- Salt and pepper to taste
- ¼ cup water
- 3 tablespoons of ketchup
- 2 cups chicken broth
- 1 can of diced tomatoes
- 3 tomatoes, skins removed before hand (I used the water I boiled to tomatoes in to create my broth)
- 1 red pepper
- 2 teaspoons dried basil
-Fried Onion Strings
-A small bunch of green onions, cut into small pieces
- This soup is easy. Soup is usually pretty easy.
- First you should toss the onion, carrot, and celery into a pot with 6 tablespoons of oil. Let them sautée for about 7-8 minutes, or until the onion has started to become translucent. You may have noticed you needed to dice the carrot, which I find to be a big pain. But we do that so that it cooks through while the onion is doing its thing. Stir everything a couple of times.
- Have both your flour, your ketchup, and your chicken broth are ready. You gotta work fast.
- Turn down the heat to medium low. Then, add in the flour while quickly stirring so that lumps don’t form. Pour in the ketchup. Add your chicken broth.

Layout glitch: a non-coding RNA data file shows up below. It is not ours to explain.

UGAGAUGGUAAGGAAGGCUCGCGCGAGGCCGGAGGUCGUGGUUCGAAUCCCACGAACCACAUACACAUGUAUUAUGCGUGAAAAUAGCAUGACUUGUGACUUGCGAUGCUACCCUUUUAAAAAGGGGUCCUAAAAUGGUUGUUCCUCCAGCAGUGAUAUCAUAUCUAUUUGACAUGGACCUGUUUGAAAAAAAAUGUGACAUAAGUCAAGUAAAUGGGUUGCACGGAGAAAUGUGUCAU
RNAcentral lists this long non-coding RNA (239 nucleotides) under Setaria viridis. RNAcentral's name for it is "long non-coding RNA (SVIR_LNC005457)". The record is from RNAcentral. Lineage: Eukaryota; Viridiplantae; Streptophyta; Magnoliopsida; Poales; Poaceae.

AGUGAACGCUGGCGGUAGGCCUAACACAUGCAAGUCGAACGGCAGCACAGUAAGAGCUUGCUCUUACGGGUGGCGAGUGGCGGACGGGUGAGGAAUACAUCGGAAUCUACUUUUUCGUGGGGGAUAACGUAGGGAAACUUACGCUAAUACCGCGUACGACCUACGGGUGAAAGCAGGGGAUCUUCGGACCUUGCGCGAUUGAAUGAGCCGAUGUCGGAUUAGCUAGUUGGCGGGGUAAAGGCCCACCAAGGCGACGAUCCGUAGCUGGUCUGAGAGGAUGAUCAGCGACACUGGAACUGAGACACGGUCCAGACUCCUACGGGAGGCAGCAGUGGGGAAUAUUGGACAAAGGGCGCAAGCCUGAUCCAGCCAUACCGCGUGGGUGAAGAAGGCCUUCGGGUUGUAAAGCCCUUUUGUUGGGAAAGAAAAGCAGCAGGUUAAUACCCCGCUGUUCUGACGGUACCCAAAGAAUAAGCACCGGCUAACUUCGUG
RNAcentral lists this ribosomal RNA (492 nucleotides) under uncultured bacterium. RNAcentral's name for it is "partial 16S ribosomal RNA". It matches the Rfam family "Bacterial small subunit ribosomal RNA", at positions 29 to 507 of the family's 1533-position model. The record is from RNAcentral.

- Then, open the can of tomatoes and tip that into your soup. Break up the three, now cool tomatoes with your hands. Slide your red peppers from the cutting board to the soup.
- Cover and let simmer for 20 minutes or so-this is a soup. If you can let the flavors develop a little longer (30 minutes, 45 minutes), your taste buds will thank you later.
- Serve and sprinkle with a few green onions and a generous amount of fried onion strings, maybe a grilled cheese sandwich or some fresh marinated mozzarella salad. Bon Appétit!
FRIED ONION STRINGS
Adapted from Ree Drummond’s onion strings at The Pioneer Woman
- ½ medium onion, cut in half
- ½ cup milk
- ½ cup flour
- ¾ teaspoon salt
- ¼-1/2 teaspoon or chipotle
- 1 ½ cups oil, heated to 375°F
- A dash of pepper
- So, I recommend starting this recipe before the soup.
- Cut your half onion in half, lengthwise. Then thinly slice your onion into very thin, even pieces. Place them in a bowl and cover with the milk. Let sit for an hour (in all fairness, I only let them sit 30 minutes and I had crispy, crunchy fried goodness…).
- About five minutes before coating your onions in flour, heat the oil in a medium (not large) frying pan.
- Take about half of your onions using your hands like tongs and place them into a dry bowl, where you will coat and gently toss with at least half of the flour mixture.
- You can use your fingers like tongs again to gently let the onions fall into the hot oil. Give a little stir with a spatula to separate them. And cook for 1 ½-2 minutes or until they turn golden brown.
- Fish them out with the help of a slotted spoon and lay them out on a plate lined with paper towel.
- Try not to stack them very high.